A few months ago I purchased a Philips PM6674 frequency counter on eBay. It's an older 9 digit counter with two channels that has a maximum input frequency of 550MHz. The design feels dated compared to more modern counters, such as my Agilent 53131A. However, it is still a fully functional piece of lab equipment with a simple user interface and compact design. I often prefer older counters for day-to-day use because I don't have to fuss with complicated menu-based interfaces and features that I don't need. (Set the gate time on a 53131A and count how many button presses it takes).
My counter came with the standard XO timebase option, which has fairly poor specs for stability and drift. It is difficult to trim precisely with the single-turn trimmer capacitor on the board. For most testing in my lab I use an external reference from a GPSDO, but it is still nice to have an accurate timebase available in the counter if I need to take it somewhere and do testing away from the bench.
Previously I posted about an OCXO upgrade I made for my Racal-Dana 1992. The fun of designing a similar upgrade for the Philips counter was one of my motivations for purchasing it. My upgrade board is roughly equivalent to the original PM9691 OCXO module, and it should be compatible with any Fluke/Philips counter that is capable of using that option.
Designing an OCXO Upgrade
Creating a timebase upgrade board for the PM6674 was a bit more involved than the process for designing the Racal-Dana upgrade. That counter had a clean 5V supply available on the header where the timebase board connected, which was exactly what I needed for the OCXO. The header for the OCXO module in the Philips counter also has a 5V rail. However, that rail does not stay active when the counter is in standby. The original Philips OCXO modules operated from the 24V rail, and I had to use that for my own upgrade. In my counter, the “24V” rail actually runs at about 27V, and drifts up to 30V when the counter is in standby. There is also a substantial amount of ripple.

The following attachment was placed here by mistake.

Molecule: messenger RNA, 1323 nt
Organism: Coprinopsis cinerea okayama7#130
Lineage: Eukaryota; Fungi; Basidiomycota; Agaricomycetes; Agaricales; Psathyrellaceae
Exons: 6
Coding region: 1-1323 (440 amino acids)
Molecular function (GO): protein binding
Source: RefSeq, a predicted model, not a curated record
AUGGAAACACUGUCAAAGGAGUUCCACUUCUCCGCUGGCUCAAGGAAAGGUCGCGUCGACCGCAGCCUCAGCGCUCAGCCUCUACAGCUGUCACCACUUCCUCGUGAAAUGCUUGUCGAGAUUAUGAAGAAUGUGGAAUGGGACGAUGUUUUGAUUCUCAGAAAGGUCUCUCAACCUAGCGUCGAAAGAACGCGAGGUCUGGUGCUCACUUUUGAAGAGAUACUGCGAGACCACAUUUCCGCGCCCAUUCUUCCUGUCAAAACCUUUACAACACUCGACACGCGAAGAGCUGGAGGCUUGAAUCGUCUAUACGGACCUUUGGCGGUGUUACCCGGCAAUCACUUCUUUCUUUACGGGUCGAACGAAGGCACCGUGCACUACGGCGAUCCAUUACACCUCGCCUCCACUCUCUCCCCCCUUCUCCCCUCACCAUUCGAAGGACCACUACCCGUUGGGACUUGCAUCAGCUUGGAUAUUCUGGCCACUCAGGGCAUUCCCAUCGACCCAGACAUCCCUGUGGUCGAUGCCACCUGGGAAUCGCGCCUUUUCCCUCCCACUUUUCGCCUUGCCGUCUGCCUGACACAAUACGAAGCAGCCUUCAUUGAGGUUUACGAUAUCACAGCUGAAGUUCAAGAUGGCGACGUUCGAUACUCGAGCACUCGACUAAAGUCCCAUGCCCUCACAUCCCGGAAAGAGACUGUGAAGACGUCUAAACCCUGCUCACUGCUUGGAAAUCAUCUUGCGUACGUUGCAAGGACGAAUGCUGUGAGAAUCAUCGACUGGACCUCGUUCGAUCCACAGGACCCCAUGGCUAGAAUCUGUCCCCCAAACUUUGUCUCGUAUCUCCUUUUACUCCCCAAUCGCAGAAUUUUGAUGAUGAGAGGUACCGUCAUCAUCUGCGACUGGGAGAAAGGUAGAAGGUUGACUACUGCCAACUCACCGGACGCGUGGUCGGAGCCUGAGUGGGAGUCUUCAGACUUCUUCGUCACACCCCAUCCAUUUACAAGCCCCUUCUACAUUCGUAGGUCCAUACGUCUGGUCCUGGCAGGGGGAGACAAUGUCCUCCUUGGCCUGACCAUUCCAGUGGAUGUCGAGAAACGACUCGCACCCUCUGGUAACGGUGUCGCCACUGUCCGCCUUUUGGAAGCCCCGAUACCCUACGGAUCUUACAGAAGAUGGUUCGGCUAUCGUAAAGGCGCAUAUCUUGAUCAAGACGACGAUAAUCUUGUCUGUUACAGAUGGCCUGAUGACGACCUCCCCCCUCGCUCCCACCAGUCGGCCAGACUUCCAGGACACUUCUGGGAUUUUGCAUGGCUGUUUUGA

I opted for a Recom 78C5.0 DC-DC converter to get the 5V I needed to power my board. This is a nice little module with a pinout that mimics the 7805 linear regulator. It has good specs for efficiency (as high as 96%) and was very easy to implement on my board. I used a combination of electrolytic and ceramic capacitors on the input and output for filtering.
With power taken care of, the remainder of the board is very simple. I used the CTS 10MHz OCXO that I did a teardown on and reverse-engineered the schematic for. This OCXO has a 4V reference available on one of the pins, so I did not need to add a separate reference IC to the design. Additionally, the CTS OCXO has a ~1.4Vpp sine wave output, which is quite compatible with the Philips counters. The input spec for the internal reference signal is 1Vpp into 1kohm.
nstallation Note: On some counter models, such as the PM6674, you need to remove the stock 10MHz crystal when you install this board. I simply cut the two legs of the crystal from the top of the board and left it glued in place, as you can see in the first picture in this article. Other counter models such as the PM6680B have jumpers near the crystal to easily disconnect it and select the OCXO reference.
12V/24V Rail: Some frequency counters in the series, such as the Fluke PM6680B, have a 12V rail available for the OCXO instead of 24V. This upgrade board is still compatible with those models, as 12V is sufficient to operate the DC-DC converter.
I am an experienced technical writer with a Master's degree in computer science from BZU Multan University. I have written for various industries, mainly home automation, and engineering. I have a clear and simple writing style and am skilled in using infographics and diagrams. I am a great researcher and is able to present information in a well-organized and logical manner.
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